Risk. It is part of life. Everything we do entails some level of risk, whether we like it or not. Unfortunately, some in our midst believe it’s possible to erase all risk by implementing policies designed to control human behavior. But reality refuses to cooperate. There are no shoe covers for life, covers that protect against all harm.
The shoe cover analogy works perfectly to describe what so many people are trying to achieve. Take a pair of state-of-the-art men’s shoe covers from GC Tech. They protect a man’s dress shoes against snow, rain, road salt, and every other form of environmental exposure. A man’s shoes stay clean and dry when protected by GC Tech products.
Life doesn’t work that way. There is nothing we can envelop ourselves in capable of preventing exposure to disease, injury, financial loss, heartache, and so forth. And truth be told, even the best pair of shoe covers can fail. So even they are not risk-free.
Life Can Never Be Perfect
The folly of attempting to erase risk doesn’t make sense. And yet, we keep doing it. Perhaps it is rooted in the mistaken belief that we can create a perfect world for ourselves if we just work hard enough and do the right things. Maybe we have allowed ourselves to be bamboozled by fairy tales and dreams we want so desperately to come true.
It matters not how healthy your lifestyle is, death will eventually find you. Sound financial practices, while very wise, do not guarantee you’ll never have money problems. Getting a college degree does not equal a promise of a good job for the rest of your life.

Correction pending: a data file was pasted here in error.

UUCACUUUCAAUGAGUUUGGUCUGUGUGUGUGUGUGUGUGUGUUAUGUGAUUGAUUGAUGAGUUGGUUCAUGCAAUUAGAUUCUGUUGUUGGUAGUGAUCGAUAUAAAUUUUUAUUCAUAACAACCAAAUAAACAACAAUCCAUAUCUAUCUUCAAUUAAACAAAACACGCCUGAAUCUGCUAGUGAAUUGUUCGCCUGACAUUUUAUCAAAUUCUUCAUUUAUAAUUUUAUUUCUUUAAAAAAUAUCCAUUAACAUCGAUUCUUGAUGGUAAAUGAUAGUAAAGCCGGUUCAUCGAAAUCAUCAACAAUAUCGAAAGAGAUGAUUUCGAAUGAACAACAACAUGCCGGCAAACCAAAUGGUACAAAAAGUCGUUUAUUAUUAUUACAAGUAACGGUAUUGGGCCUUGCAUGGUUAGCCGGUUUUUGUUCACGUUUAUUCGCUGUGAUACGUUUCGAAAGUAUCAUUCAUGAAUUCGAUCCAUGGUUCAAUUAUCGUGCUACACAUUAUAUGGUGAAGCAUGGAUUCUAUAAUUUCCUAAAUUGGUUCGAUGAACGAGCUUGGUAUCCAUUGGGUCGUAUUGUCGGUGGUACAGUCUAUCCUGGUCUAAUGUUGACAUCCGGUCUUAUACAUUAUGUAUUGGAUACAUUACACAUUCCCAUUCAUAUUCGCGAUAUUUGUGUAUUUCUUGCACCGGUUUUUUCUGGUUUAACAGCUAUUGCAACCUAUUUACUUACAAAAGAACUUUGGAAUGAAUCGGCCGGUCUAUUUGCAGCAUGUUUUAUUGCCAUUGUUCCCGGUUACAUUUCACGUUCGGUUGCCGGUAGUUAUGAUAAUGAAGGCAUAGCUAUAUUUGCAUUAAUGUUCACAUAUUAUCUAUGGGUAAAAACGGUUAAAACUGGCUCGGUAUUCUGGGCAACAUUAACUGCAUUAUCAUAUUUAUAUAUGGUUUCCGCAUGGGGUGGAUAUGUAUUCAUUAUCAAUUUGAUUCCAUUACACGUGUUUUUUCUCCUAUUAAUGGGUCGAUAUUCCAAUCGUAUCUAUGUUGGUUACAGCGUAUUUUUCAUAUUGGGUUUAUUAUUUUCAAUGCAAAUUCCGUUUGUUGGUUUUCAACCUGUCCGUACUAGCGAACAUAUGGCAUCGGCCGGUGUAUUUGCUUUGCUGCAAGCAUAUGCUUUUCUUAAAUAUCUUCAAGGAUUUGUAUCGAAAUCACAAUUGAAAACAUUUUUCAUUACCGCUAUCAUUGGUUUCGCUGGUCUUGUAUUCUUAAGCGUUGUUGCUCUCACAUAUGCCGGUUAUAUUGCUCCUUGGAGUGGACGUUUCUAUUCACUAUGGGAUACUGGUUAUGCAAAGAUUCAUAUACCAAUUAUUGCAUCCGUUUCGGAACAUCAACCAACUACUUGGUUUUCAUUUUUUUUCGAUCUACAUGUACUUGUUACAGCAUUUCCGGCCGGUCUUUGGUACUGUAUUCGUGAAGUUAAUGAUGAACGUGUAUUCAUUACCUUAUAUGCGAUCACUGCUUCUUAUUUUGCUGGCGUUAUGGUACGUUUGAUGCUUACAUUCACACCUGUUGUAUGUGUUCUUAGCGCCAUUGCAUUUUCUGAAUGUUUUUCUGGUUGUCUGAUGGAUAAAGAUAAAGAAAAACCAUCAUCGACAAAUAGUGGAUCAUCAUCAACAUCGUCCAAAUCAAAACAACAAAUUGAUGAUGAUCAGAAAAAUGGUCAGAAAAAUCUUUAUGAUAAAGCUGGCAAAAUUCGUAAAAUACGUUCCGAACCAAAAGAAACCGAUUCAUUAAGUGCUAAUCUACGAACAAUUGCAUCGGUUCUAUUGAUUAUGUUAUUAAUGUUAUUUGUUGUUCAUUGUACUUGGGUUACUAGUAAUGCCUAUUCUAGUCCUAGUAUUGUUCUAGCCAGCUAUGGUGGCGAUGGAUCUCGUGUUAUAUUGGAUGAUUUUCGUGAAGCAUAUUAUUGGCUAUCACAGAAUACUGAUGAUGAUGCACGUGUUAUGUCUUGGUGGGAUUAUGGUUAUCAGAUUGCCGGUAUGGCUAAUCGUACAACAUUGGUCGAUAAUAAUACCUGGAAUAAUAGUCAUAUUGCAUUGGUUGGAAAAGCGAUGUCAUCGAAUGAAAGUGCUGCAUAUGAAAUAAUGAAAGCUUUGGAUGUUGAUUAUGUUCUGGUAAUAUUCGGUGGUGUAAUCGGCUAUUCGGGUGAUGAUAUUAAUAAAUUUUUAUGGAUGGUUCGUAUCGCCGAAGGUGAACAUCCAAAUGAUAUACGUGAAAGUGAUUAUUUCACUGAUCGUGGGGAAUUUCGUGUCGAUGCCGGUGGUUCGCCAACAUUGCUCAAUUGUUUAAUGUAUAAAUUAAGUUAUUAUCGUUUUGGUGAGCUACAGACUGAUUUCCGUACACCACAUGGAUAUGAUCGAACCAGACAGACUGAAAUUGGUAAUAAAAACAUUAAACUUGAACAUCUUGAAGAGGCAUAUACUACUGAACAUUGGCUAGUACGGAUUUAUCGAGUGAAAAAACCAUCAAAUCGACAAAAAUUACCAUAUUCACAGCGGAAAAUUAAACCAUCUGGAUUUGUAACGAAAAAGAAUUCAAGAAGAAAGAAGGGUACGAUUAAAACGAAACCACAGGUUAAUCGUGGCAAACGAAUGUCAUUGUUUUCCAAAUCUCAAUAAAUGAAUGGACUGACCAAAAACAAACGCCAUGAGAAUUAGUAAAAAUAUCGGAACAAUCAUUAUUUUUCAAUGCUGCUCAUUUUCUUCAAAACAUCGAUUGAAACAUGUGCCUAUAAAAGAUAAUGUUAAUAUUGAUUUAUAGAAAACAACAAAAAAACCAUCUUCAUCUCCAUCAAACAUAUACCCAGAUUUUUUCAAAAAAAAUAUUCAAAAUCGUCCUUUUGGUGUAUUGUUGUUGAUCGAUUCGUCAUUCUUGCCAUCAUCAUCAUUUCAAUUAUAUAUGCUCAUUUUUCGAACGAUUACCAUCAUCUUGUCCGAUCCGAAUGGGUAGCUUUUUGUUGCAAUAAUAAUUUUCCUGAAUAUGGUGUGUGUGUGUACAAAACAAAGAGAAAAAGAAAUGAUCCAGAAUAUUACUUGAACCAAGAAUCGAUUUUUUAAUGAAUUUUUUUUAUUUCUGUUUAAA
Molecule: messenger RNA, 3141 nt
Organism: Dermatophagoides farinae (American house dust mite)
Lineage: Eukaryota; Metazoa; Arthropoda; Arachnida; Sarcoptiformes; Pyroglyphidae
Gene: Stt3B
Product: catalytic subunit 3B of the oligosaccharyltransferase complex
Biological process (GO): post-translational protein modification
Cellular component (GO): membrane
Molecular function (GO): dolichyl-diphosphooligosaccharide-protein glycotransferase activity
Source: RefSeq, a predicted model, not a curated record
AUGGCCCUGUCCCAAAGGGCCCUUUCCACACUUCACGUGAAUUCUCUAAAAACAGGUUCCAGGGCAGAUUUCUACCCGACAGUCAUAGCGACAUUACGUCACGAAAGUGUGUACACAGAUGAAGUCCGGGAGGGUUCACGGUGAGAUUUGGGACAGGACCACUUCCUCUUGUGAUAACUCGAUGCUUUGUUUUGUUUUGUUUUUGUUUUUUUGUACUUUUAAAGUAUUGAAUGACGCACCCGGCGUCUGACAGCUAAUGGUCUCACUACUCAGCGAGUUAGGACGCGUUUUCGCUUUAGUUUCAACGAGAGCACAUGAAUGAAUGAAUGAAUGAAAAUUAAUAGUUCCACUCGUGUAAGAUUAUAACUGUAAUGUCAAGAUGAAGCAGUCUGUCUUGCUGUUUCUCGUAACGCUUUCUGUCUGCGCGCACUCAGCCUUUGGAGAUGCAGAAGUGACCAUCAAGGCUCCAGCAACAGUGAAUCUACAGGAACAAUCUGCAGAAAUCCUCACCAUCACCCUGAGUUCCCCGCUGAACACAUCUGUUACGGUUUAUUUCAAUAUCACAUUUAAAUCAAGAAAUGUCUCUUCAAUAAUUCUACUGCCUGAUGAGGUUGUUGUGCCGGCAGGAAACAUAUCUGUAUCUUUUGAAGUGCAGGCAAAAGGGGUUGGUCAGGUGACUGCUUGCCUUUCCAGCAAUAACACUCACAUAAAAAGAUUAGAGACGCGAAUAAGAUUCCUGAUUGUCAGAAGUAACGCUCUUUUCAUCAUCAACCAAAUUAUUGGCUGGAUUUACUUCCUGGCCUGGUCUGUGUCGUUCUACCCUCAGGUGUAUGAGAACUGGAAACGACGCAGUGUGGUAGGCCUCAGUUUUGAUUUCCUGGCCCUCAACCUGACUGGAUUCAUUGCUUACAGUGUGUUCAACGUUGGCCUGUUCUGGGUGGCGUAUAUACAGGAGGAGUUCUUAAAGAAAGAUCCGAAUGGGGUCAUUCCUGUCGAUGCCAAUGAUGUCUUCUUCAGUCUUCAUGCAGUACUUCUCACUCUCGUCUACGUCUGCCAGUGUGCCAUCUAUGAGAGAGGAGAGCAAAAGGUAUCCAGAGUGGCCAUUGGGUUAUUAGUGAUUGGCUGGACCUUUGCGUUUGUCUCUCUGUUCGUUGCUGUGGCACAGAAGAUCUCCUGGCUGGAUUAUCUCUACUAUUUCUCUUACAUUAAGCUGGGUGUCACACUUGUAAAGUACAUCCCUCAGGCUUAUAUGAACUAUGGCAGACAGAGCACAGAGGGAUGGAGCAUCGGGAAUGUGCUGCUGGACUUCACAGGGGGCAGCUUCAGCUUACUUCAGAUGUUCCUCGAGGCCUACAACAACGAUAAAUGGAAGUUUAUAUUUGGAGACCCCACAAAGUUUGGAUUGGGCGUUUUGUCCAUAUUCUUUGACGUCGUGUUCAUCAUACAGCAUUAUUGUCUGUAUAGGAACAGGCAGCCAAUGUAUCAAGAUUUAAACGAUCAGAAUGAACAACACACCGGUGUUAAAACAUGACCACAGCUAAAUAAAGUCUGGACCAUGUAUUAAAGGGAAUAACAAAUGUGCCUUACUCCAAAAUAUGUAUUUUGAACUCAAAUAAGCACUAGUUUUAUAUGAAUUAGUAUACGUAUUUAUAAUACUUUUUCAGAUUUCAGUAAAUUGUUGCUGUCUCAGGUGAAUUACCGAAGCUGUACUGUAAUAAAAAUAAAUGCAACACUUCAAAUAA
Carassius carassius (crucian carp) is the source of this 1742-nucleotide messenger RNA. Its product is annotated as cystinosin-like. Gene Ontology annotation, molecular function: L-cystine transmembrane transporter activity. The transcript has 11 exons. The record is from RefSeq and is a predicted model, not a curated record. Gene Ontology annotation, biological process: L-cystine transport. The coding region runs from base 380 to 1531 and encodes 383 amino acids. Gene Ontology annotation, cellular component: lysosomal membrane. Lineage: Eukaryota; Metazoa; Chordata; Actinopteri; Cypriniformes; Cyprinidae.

The fact is that life can never be perfect. Running ourselves ragged in an attempt to make it so is a fool’s errand. It only serves to discourage and defeat. In only serves to make us more miserable. And truth be told, we tend to be more miserable the harder we work to attain perfection.
Risk Aversion Is the Key
So, if there are no shoe covers for life, how do we handle risk? The key is a term very familiar to investors: risk aversion. In the financial world, risk aversion is a personal measurement of how much risk you are willing to take with your investments.
Some investors are willing to lose significant amounts of money in return for the possibility of making equally large profits. Other people are much more conservative. They do not take huge risks because they don’t like the idea of losing so much. Their investments are a lot safer.
We can apply the same principle to nearly every area of life. For example, what is your risk aversion in terms of your health? If you are like the conservative investor, you might go to great lengths to prevent getting so much as the common cold. You might stick to a strictly healthy diet and exercise seven days a week.
On the other hand, you might be like the aggressive investor willing to take risks. You are willing to do things like bungee jumping and skydiving. For you, the potential risk to your health is worth it in exchange for the ability to do the things you love to do.
The Middle Ground
For all of us, there has to be a middle ground between risk aversion and acceptable risk. There are no shoe covers for life. Ditto for strategies or methodologies that completely erase all risk. If you are attempting to live a 100% risk-free life, you are pursuing a life you will never obtain.